One part of aging is watching yourself become the things you once disdained. The other part is this realization, which would have horrified me in my thirties, simply amuses me at fifty. Back in the day, so to speak, I rode a silver Cannondale road bike but eschewed “roadie” culture: no lycra, padded shorts, team jerseys, matching water bottles for me. I simply loved the light fast quick-shifting machine, but despised the “trappings” of sport. The only thing I was trying to outrun was depression in those days and the CAAD 8 was a means to that end. In that it was pretty succesful; in combination with therapy and a short-term medication regime I managed to climb out, but I refused to wear the uniform of clipless shoes and bibs; particularly the bibs. Nothing in my purist thirties mind was more horrifying than the these clingy jumpsuits; they were ugly, ungainly, expensive and unwashable, the last a very ironic attribute for clothes designed to sweat in.
With my marriage and new family there was less time for biking. With a child who never slept through the night until 3 and an undiagnosed medical condition there was less energy for it too. Compounding that was my love of food; I kept eating like a person who cycled twenty miles three to four times a week and fifty on the weekends. I have always been on the large side of road biking, and eventually I came to worry about breaking the poor beast that had carried me so many miles. Buying a house gave me the excuse I needed to let it quit hanging on my wall. I sold it to a man getting back into cycling as his kids were all in school and wanted a relatively cheap alternative to start. That bike, along with the sale of a motorcycle and a bunch of rifles made up a large part of the down payment on the farm.
The child eventually slept through the night; though she still either falls asleep with me or ends up in the bed about a third of the time. The medical condition now managed and my diet finally in alignment with reality started getting me close to road-bike weight. A bike my size appeared on craigslist in the direction I was headed and on a lark I emailed the owner; apparently I amused him and he held the bike until I was able to get it jamming it into the car on top of the mountain bike I hauled around to work out on I headed off down the road. The first ride was bliss; bicycles like motorcycles are more an extension of your body than a car might be. It was like putting on the perfect glove and making a fist; it was in fact eerily familiar until I realized that I had bought a bike nearly identical to the one I had sold.
As the miles slid by, first ten at a time then fifteen to twenty and thirty I started to realize the need for something better in the way of pants; namely something that kept them on my ass. Having always gained weight in my gut first and lost it there last, the resulting topography was… well an issue for pants. Looking online it turned out bike bibs had gotten cheaper. To make a long story short, or at least shorter, I now have three because my wife insists they be washed with some regularity if I want to store them in the house,and at twenty dollars a pair I dont care if they wear out faster as it is a small price to pay for some amount of marital bliss. So here I am at fifty wearing bike bibs hauling my ungainly but now lycra covered (key part: covered) ass up and down the hills of Oregon. I still eschew the team jersey but there is still time to fall further I suppose, and now my water bottles match.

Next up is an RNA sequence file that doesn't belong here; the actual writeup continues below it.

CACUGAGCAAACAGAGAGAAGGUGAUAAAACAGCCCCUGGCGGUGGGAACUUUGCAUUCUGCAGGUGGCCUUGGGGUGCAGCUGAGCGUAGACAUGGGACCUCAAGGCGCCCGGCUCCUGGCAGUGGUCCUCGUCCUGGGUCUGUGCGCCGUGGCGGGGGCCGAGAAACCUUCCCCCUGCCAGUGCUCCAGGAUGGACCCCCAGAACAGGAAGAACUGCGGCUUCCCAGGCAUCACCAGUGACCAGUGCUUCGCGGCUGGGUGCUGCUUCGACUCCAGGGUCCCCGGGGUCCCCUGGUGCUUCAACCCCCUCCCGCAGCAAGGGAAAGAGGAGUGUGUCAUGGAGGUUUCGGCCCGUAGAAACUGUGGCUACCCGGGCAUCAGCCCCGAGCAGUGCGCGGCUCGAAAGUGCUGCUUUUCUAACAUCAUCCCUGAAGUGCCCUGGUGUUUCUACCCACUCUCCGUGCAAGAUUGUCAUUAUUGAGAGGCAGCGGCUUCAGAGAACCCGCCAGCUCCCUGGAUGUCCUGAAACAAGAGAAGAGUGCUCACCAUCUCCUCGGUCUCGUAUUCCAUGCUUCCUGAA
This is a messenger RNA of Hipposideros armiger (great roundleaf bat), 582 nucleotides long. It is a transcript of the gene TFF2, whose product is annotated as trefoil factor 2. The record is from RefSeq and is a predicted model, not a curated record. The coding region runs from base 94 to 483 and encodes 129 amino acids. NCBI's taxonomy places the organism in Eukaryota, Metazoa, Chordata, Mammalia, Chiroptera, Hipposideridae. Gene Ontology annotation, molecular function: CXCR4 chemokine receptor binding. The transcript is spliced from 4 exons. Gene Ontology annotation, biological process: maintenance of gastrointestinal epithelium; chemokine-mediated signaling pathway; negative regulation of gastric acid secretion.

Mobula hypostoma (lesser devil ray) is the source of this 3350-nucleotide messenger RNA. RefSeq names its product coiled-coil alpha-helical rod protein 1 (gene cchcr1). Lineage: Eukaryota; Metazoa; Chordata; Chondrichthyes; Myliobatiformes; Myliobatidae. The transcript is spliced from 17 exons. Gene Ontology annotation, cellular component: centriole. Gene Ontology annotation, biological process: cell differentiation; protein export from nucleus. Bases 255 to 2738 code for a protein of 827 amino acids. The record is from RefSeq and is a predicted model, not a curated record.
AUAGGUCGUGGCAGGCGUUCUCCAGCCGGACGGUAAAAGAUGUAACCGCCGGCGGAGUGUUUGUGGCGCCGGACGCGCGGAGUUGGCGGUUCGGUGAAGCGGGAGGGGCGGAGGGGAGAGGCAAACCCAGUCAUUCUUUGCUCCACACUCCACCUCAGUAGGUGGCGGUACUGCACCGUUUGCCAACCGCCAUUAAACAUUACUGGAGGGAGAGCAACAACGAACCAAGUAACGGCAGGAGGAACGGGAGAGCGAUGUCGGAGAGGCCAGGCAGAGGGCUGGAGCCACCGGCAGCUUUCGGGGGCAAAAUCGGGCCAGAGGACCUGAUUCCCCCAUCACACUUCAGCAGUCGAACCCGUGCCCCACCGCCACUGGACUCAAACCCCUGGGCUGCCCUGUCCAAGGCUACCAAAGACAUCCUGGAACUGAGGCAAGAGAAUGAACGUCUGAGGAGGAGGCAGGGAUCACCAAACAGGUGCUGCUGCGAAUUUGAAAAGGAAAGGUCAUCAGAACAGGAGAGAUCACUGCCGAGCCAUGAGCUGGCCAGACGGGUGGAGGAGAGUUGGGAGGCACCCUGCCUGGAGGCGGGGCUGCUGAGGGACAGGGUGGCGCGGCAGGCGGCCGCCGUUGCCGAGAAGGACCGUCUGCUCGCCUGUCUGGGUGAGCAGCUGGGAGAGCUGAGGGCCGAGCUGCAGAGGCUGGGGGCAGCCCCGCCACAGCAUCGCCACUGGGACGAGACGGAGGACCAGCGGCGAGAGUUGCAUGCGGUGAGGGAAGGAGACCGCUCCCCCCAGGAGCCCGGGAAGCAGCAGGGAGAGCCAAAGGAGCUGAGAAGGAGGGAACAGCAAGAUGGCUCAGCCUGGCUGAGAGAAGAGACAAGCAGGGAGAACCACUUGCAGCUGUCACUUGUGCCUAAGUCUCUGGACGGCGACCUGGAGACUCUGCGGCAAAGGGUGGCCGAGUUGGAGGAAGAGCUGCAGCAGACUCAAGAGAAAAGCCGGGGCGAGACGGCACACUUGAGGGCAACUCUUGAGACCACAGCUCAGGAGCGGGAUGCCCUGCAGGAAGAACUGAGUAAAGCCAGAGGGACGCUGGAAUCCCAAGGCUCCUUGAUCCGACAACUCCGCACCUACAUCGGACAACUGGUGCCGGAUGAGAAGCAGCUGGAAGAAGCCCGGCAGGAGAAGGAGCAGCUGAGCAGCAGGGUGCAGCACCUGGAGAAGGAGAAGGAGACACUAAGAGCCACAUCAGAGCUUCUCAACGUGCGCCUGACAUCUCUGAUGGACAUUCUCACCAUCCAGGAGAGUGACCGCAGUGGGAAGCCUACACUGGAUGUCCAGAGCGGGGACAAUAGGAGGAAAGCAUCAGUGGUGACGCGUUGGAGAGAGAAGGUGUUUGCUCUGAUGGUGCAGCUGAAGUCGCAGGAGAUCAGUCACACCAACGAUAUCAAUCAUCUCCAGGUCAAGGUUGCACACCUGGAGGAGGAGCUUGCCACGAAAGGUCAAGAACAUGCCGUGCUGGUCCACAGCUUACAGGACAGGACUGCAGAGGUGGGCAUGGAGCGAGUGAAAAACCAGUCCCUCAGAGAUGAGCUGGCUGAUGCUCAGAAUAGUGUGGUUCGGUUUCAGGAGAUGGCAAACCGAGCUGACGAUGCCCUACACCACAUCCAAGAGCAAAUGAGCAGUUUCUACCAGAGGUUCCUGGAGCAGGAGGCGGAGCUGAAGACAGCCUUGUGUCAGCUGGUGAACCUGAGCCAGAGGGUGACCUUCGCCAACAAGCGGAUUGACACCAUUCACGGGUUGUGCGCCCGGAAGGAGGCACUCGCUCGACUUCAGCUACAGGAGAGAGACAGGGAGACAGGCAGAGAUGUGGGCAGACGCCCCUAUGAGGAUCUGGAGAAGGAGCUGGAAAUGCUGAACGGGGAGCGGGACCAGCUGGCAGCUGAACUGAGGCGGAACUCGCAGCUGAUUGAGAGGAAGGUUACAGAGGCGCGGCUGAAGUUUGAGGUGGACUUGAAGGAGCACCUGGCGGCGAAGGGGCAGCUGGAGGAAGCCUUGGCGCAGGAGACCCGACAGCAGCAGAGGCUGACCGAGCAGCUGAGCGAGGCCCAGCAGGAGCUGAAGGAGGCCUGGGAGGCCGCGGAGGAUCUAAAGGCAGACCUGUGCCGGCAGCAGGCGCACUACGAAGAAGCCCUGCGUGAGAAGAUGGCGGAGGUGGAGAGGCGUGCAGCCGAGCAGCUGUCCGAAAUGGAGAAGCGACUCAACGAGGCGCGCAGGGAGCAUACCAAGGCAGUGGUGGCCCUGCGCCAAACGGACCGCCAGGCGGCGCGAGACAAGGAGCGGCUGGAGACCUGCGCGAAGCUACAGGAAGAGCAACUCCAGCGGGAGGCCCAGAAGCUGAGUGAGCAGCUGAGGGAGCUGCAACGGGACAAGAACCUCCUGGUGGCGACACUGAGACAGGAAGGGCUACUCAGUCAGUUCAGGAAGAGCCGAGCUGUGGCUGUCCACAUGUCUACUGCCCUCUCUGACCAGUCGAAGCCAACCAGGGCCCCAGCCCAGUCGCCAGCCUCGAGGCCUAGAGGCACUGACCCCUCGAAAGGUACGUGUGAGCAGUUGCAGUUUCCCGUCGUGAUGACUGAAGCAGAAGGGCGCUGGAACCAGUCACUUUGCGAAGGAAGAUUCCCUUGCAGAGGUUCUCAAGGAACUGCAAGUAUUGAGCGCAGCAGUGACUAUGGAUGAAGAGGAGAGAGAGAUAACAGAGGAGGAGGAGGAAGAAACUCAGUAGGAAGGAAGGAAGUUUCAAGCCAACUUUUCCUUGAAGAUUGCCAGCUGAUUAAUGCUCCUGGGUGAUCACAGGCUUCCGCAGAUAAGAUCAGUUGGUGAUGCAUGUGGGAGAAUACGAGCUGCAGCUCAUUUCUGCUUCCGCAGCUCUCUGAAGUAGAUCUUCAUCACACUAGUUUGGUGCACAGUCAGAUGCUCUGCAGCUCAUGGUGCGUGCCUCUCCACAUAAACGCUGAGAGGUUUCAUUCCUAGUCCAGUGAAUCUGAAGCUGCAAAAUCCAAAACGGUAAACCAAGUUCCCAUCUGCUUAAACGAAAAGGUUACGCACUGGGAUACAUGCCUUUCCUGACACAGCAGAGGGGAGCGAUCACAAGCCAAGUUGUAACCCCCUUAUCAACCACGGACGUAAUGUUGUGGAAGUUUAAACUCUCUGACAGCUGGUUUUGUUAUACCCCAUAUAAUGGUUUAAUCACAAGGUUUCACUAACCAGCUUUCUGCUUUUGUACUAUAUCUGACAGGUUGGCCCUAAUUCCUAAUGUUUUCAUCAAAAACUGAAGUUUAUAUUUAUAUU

If you are blessed with none of these issues and are aging gracefully I am happy for you; Godspeed and fair winds. Grace has never been my virtue; everything I have overcome in life has been with sheer force and vitrolic vocabulary. If you are also struggling with one or more of these things; they often pile like downed trees after a landslide and picking out a starting point is tricky I am here to tell you there is hope, and there is help. It starts by realizing that things are not working; a year ago my plan was to early retire because I have seen enough fat old guys die six months after retiring and I wanted a few years of peace before joining them. Now I am thinking of what my next career after retirement will be. It hasn’t been easy or simple but with medical help and realistic planning there is hope, some at least.
My advice after the problem is noted is to identify it’s parts; for me it was health, diet, exserize in that order. Then begin working on them in order; I failed to do that and ended up sidelined for weeks with an injury so let me be your cautionary tale; don’t try and do that. As we age we have less force and need more leverage- work smarter not harder the old guys say and they have a point.
A few weeks ago I saw my reflection in the glass at a country store where I had stopped for break: tall graying, sweaty in the late autumn warmth, half way on loop through the coastal hills. This was the person I would have rather died than become fifteen years ago, but there I was looking back at me. Then I noticed the sign above the bike that read “No Bicycles on the sidewalk” and realized that while some things change, some things don’t: I am still kind of an asshole, but aware of my nature at least.